Ellsworth Kelly, a pioneer of 20th Century abstraction and an early voice in the development of color field painting and cut-canvas work, has passed away at the age of 92.
Born in the upstate town of Newburgh, N.Y., in 1923, Kelly would travel between New York and Paris in his early years, as he developed his early interests in architectural depth and minimal arrangements of color and form. “I realized I didn’t want to compose pictures,” Kelly was quoted in the New York Times in 1996. ”I wanted to find them. I felt that my vision was choosing things out there in the world and presenting them. To me the investigation of perception was of the greatest interest. There was so much to see, and it all looked fantastic to me.”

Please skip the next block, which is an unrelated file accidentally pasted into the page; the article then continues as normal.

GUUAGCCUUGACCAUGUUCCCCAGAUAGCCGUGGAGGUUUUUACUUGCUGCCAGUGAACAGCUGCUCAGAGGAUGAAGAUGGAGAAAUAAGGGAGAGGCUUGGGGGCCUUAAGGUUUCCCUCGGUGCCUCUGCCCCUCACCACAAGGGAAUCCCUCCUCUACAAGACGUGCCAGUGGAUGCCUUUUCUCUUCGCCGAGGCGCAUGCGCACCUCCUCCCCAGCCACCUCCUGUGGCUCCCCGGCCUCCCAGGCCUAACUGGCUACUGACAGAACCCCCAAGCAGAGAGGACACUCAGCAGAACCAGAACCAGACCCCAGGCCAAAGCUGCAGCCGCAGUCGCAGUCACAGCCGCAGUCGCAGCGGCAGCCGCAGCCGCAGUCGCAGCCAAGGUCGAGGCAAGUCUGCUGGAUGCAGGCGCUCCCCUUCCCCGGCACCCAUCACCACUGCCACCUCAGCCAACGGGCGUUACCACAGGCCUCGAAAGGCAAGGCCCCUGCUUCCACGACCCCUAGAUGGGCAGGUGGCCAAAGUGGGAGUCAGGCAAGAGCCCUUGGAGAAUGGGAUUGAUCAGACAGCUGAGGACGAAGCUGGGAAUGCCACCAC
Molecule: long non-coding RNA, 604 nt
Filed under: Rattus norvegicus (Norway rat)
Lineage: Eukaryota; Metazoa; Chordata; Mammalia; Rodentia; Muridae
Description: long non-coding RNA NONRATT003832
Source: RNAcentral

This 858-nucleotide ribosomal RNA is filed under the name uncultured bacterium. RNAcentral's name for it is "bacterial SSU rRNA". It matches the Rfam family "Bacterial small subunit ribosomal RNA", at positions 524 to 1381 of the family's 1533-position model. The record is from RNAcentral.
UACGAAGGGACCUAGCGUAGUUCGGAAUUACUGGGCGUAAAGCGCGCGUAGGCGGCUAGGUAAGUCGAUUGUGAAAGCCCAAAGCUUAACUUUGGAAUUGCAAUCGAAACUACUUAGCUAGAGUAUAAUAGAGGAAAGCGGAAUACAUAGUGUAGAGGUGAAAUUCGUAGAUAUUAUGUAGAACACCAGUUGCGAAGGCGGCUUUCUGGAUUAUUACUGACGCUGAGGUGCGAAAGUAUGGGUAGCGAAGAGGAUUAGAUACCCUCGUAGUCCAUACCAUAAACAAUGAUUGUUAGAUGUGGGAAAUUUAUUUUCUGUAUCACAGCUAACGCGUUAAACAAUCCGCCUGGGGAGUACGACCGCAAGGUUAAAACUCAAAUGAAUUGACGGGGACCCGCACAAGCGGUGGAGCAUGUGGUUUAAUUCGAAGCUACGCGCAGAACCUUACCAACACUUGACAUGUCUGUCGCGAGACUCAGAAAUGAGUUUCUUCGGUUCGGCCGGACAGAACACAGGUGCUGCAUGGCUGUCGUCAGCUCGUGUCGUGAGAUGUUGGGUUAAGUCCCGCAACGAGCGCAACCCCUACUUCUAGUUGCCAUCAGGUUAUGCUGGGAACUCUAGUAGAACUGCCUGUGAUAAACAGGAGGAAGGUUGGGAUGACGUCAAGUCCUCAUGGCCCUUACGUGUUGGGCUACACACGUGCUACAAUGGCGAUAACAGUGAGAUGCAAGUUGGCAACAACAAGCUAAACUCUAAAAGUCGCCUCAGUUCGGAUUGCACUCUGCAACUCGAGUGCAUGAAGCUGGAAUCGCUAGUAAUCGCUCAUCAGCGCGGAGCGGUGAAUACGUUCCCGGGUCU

Kelly’s work would find an audience in the late 1950’s and early 1960’s, representing the USA at the 1966 Venice Biennale and continuing to pursue his increasingly spare works, which matched simple, flowing shapes and studious pairings of color and line that explored interactions of space and light. This is perhaps no better seen than in the artist’s Austin, a permanent installation, and one of the last works from the artist’s oeuvre, that combines the artist’s interest in spatialized painting and the effects of color on perception.
The death was announced by Kelly’s dealer, Matthew Marks. Kelly is survived by his longtime partner Jack Shear.